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Motorola v. Microsoft: Judge recommends banning Xbox 360 in U.S.

New developments in the ongoing Motorola and Microsoft slap fight: Judge David P. Shaw of the International Trade Commission recommended on Wednesday that the Xbox 360 be banned from sale in the United States because technology used in the box infringes on patents held by Motorola.

Shaw ruled in favor of Motorola following an ITC hearing in April, finding that Microsoft had infringed on five patents related to video encoding held by Motorola. Microsoft claims the technology owned by Motorola is considered standardized and the Google-owned mobile phone maker’s FRAND commitments dictate that Microsoft should be able to license the tech at reasonable rates. Motorola in turn claims that Microsoft is full of baloney and it’s owed a royalty rate of 2.25 percent, an annual fee of around $4 billion for Microsoft.

According to PC Magazine, the judge believes Microsoft should cough up the cash and, until it does, the Xbox 360 should be banned from entering the U.S. or being sold in stores. Microsoft in turn claims that banning the Xbox 360 from shelves wouldn’t be in the public’s best interests. Shaw says that the PlayStation 3 and Wii will pick up the slack.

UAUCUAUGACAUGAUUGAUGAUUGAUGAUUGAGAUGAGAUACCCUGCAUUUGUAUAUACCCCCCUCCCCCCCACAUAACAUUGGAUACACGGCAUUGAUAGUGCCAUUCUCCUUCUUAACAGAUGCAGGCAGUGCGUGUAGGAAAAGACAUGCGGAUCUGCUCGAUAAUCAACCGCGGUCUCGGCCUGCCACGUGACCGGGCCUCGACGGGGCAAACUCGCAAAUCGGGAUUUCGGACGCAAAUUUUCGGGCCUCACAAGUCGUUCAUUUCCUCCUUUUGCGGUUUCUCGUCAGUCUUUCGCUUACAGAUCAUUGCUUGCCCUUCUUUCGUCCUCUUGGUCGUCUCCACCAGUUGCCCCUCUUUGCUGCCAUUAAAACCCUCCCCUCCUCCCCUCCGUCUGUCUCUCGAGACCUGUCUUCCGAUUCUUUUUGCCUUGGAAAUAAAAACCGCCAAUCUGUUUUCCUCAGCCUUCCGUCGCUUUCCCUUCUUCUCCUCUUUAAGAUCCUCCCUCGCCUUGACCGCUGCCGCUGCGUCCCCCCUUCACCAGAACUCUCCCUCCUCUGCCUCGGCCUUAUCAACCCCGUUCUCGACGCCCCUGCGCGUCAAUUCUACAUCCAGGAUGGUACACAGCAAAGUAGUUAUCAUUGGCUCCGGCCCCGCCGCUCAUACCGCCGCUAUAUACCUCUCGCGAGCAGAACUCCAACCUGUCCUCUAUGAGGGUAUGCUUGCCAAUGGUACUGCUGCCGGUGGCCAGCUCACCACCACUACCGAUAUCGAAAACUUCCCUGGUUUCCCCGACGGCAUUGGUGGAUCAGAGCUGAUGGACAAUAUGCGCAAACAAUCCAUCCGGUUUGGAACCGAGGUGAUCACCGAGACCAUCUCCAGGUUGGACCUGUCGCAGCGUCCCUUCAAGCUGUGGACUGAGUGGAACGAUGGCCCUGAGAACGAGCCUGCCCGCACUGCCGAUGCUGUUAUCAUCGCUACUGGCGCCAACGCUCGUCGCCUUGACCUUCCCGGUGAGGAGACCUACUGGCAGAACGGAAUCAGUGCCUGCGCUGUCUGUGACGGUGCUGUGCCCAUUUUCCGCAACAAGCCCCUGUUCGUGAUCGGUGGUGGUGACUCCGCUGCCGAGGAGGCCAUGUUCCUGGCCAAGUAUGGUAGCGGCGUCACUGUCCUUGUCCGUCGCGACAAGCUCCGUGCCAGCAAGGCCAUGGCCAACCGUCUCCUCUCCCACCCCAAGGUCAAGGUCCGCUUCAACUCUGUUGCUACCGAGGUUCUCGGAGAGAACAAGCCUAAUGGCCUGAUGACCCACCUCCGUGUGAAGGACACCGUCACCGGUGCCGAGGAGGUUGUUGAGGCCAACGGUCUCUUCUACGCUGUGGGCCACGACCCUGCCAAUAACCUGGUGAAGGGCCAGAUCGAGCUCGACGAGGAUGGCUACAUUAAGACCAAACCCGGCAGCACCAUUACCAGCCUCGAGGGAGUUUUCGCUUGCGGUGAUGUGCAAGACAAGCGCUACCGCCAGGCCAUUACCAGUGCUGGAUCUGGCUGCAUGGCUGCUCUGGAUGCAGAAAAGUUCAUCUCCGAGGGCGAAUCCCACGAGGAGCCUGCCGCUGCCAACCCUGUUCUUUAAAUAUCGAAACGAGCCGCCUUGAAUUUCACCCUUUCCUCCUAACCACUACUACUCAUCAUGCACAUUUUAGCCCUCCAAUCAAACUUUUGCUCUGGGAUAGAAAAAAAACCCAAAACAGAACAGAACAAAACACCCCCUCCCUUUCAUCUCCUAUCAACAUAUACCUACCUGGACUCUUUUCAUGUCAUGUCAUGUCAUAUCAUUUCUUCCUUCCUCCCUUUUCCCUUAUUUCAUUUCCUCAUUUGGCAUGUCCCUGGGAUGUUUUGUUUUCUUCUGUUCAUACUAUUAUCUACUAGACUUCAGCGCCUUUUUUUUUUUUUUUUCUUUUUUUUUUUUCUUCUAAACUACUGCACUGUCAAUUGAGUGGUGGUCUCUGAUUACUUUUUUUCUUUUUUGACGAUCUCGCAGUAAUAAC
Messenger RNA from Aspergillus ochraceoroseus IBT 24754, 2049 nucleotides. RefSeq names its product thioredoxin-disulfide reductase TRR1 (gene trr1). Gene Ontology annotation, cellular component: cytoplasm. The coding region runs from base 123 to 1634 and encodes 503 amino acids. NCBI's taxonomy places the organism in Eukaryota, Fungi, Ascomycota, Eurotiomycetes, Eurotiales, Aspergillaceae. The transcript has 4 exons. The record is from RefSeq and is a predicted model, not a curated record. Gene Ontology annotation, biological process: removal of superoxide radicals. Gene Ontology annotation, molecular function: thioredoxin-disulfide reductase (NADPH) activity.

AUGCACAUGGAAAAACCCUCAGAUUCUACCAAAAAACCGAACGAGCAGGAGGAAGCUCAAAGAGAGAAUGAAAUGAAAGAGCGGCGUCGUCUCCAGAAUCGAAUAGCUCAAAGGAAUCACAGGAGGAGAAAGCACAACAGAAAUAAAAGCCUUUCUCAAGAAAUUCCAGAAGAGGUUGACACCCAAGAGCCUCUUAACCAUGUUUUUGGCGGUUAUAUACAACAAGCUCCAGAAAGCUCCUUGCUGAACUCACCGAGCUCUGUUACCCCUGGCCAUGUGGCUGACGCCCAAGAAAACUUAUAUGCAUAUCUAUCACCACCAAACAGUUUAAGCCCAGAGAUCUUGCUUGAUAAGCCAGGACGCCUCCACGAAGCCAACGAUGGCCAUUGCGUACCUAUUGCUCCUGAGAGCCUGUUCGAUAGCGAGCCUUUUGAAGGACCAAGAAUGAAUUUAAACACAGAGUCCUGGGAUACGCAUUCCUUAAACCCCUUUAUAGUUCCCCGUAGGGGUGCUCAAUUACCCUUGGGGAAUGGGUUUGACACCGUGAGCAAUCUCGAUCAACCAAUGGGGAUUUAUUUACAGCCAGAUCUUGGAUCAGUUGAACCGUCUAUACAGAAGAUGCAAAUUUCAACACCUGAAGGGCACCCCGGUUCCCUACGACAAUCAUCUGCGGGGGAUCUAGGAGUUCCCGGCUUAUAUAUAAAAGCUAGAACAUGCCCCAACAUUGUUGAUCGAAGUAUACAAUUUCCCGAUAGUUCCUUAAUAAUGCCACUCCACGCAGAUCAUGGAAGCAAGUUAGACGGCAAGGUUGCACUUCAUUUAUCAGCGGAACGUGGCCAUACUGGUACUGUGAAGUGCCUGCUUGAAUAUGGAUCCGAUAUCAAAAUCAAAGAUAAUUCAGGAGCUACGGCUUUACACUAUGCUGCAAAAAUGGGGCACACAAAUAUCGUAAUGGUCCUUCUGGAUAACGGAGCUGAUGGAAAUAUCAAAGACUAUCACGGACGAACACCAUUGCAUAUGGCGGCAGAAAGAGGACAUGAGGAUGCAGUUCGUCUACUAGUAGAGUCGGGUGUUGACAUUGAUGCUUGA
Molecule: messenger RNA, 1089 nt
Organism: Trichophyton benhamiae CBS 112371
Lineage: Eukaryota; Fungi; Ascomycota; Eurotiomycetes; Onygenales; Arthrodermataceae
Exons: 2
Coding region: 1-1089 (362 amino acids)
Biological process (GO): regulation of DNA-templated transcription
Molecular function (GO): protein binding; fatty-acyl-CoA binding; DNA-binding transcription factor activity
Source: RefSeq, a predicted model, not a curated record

“[Microsoft’s] argument is not persuasive,” says Shaw, “It has not been alleged or shown that Sony or Nintendo would fail to meet the demand for consumer video gaming consoles in the event that an exclusion order [was] issued.”

A six-member commission will determine by August whether or not an exclusion order will be necessary. Until then, the Xbox will remain available.